Have you noticed people talking about authenticity lately? It seems to be the new ‘buzzword’. Whether it’s in politics, news stories, or even in church circles, being authentic is in. I find it all a little goofy. Don’t get me wrong, I’m a big fan of being genuine, transparent, authentic. I just find it strange being real is a rare enough trait that it’s held up as something special.
It’s especially troubling in the church. Why is it so difficult for Christians to be really real? What makes us so hesitant to share our pain and struggles? Maybe we think we are honoring God by pretending that living for Him is all sunshine and rainbows. We have this notion that God needs our help in protecting His image. And, often the way we do this is by trying to gloss over the less than palatable stuff. We do it in our own lives, yes, but even worse, we tend to do this with what God reveals to us in the Bible!
I meet with a small group of young women on Sunday nights. This year we’re studying women in the Bible. We’re starting off with Jesus’ genealogy. First up, Tamar. Have you read her story (Genesis 38)? It’s hardly one to put in the ‘Family Memory Book’! In fact, all four women listed in Matthew 1 have stories with ‘not nice’ details. Tamar arranged to sleep with her father-in-law, Rahab was a prostitute, Bathsheba committed adultery, Ruth was a heathen Moabite.
And yet, these are the women the Holy Spirit led Matthew to include. Makes our attempts to ‘shine up’ God’s image a little ridiculous, doesn’t it? Think about it: if God was worried about His reputation being tarnished by these messed up stories, why are they in the Bible? Since the Holy Spirit inspired every single word, I’m pretty sure He could have arranged for these particular words not to be included!
Some of the commentaries I’ve read make a point of saying Rahab wasn’t really a prostitute. No, that was just what they called inn-keepers back then. Seriously?! To me that pretty much sums up this whole authenticity thing. If we cannot allow the Bible to say what it says, without trying to sweeten it up so it goes down more easily, no wonder we spend so much of our energy trying to cover our own less-than-savory parts! It’s crazy!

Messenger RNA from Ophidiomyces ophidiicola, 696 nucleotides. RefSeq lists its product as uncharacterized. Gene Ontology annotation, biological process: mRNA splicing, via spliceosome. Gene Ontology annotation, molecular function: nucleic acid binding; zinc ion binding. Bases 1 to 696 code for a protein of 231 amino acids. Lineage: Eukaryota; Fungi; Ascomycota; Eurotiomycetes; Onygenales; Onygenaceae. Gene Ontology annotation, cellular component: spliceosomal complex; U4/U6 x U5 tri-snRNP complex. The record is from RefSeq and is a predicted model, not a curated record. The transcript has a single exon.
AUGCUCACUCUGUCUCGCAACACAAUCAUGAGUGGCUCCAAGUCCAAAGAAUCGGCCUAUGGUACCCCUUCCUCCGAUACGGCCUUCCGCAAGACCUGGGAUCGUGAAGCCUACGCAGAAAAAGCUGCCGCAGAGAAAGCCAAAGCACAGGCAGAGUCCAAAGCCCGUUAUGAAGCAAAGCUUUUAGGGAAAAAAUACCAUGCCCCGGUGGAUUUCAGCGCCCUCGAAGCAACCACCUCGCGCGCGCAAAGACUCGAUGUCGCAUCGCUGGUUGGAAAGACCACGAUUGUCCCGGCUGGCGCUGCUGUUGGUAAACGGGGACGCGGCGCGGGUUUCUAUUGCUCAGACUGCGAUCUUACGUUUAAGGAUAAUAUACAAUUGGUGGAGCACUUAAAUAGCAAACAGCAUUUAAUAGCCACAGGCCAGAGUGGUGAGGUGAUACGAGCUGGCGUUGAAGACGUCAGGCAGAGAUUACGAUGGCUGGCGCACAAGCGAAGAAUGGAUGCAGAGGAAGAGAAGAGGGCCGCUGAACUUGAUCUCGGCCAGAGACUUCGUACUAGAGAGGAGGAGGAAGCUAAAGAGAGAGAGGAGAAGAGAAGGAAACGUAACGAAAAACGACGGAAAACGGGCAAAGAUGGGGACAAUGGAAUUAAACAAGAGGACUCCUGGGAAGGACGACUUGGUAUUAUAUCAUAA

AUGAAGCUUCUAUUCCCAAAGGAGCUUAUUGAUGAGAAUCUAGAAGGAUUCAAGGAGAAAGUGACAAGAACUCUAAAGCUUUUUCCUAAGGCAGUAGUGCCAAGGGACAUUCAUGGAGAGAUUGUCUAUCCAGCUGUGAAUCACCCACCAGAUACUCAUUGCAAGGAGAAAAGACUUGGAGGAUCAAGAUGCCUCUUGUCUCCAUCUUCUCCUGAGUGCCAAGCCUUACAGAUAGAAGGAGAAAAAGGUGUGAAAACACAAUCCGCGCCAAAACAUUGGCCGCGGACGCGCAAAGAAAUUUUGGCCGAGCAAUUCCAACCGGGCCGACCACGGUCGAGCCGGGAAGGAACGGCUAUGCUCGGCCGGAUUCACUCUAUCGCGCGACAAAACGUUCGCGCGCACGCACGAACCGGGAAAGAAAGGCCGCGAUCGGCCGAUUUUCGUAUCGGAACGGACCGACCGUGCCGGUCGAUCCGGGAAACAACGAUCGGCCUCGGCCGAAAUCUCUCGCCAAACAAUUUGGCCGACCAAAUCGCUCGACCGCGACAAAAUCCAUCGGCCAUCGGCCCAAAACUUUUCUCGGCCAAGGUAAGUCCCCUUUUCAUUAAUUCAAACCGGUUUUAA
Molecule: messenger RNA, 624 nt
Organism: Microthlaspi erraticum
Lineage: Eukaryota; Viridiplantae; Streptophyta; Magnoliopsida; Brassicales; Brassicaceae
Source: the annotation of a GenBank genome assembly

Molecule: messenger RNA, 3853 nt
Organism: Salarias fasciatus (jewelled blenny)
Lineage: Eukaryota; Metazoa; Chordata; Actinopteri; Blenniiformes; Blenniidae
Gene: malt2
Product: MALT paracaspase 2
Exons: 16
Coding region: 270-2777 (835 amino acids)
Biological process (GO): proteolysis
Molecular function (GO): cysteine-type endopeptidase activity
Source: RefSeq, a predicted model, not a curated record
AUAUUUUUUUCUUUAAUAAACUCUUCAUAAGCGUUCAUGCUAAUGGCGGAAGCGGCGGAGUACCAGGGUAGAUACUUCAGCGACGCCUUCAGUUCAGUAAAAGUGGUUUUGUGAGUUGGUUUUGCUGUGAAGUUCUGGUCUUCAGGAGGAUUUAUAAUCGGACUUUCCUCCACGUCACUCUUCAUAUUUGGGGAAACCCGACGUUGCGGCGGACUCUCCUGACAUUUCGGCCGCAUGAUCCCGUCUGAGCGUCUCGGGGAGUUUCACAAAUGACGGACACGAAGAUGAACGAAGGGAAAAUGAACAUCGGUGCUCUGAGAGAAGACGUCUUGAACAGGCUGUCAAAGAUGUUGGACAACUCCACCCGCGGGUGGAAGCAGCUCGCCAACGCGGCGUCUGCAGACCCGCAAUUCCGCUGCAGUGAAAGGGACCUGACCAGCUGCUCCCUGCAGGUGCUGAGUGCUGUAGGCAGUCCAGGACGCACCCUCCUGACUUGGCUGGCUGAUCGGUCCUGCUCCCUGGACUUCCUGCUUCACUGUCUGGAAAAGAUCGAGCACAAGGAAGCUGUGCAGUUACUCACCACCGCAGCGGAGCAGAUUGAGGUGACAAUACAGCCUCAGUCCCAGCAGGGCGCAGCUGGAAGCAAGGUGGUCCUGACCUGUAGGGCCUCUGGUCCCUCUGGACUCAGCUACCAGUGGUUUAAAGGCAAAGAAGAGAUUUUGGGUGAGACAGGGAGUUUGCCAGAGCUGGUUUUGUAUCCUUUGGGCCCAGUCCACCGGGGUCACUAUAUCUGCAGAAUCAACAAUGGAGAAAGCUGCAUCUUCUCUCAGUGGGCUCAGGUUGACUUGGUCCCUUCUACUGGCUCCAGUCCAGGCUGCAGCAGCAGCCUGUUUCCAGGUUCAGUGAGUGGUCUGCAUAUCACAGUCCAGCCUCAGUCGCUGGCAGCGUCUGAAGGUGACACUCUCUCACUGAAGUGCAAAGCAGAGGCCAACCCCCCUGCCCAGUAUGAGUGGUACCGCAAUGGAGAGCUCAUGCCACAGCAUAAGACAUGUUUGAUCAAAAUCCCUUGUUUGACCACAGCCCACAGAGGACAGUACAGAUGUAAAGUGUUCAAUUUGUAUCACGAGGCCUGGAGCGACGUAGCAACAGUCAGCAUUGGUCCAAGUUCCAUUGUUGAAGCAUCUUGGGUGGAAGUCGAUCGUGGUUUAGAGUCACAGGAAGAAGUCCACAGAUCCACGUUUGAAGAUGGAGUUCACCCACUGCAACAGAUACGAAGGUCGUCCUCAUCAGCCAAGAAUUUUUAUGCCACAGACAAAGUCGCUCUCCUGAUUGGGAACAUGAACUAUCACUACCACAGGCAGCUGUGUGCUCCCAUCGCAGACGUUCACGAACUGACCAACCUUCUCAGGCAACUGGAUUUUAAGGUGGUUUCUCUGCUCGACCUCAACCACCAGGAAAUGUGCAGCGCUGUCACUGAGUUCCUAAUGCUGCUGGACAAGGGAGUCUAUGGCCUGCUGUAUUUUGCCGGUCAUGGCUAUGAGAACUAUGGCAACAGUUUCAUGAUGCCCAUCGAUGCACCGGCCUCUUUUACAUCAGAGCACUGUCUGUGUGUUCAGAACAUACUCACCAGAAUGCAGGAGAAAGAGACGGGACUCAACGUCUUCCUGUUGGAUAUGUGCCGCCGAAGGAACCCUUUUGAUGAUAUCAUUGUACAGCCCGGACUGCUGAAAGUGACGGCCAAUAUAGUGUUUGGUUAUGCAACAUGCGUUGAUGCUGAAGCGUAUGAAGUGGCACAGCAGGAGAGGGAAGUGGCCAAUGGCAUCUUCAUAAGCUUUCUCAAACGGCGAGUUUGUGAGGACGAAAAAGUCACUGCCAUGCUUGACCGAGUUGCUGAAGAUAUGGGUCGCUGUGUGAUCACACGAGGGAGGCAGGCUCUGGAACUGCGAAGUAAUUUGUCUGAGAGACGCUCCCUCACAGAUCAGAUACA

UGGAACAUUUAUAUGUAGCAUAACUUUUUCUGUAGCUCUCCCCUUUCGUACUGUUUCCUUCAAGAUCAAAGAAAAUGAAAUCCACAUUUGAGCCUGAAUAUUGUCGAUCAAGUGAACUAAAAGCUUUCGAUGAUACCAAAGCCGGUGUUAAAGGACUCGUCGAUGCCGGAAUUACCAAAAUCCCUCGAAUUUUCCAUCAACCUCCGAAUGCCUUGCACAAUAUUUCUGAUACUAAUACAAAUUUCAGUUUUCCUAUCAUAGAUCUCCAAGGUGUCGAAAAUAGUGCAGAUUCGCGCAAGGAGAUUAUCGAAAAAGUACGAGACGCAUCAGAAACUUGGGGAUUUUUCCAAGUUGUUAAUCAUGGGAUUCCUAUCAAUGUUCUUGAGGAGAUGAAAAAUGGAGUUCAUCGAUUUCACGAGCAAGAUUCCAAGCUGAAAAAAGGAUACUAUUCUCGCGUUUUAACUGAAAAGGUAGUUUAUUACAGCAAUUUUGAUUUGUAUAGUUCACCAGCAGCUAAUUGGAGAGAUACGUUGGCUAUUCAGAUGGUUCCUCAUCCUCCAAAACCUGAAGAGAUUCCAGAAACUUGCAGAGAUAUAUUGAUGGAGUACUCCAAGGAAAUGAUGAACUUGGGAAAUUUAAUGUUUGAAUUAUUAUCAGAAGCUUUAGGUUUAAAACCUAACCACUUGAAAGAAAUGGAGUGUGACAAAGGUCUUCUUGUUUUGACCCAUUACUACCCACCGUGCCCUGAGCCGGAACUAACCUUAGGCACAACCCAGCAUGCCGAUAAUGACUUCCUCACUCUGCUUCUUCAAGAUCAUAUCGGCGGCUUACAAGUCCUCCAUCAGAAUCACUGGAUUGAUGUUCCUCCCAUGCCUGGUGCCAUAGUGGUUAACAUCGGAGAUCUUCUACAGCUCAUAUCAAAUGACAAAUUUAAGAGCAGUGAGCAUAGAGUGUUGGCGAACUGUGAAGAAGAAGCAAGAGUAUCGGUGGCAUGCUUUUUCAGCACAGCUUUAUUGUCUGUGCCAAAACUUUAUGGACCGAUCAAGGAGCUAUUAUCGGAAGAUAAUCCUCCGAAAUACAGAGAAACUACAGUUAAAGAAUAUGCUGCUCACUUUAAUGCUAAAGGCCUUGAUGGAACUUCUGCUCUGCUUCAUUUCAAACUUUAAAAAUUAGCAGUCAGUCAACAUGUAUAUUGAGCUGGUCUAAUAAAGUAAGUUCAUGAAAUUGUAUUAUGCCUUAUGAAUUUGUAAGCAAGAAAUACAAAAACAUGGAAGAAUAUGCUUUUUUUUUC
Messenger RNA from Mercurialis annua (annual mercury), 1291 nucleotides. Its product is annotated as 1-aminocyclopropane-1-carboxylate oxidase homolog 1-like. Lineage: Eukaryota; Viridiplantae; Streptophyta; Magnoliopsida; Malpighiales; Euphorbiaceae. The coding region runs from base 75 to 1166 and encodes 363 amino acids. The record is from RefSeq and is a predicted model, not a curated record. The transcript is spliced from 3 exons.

No, it’s not crazy, it’s sin. When we present a fake, cleaned up face to the world, we’re essentially saying God only loves us when we get our act together. We’re saying God is not capable of handling the sins of the world. We’re saying the Gospel alone is not enough. And when we substitute in our weak, watered down version for the Living, Holy Lord God Almighty, what else can we call it? It is sin.
It’s not easy to be open and honest. I know that. But, being fake is sin. Ouch. Blessed are the real. The ones who are unashamed to be themselves because their stories have been redeemed by Jesus. Really, how cool is it that God knows us – every bit of us – and still loves us?! Isn’t that what the world needs to hear?
If I show the world the real me, it’s gotta show how incredible God is. I mean, if God can love someone like me, there’s hope for everyone! After all, like the women in Jesus’ genealogy, He calls each one of us by name. That is really worth sharing, don’t you think?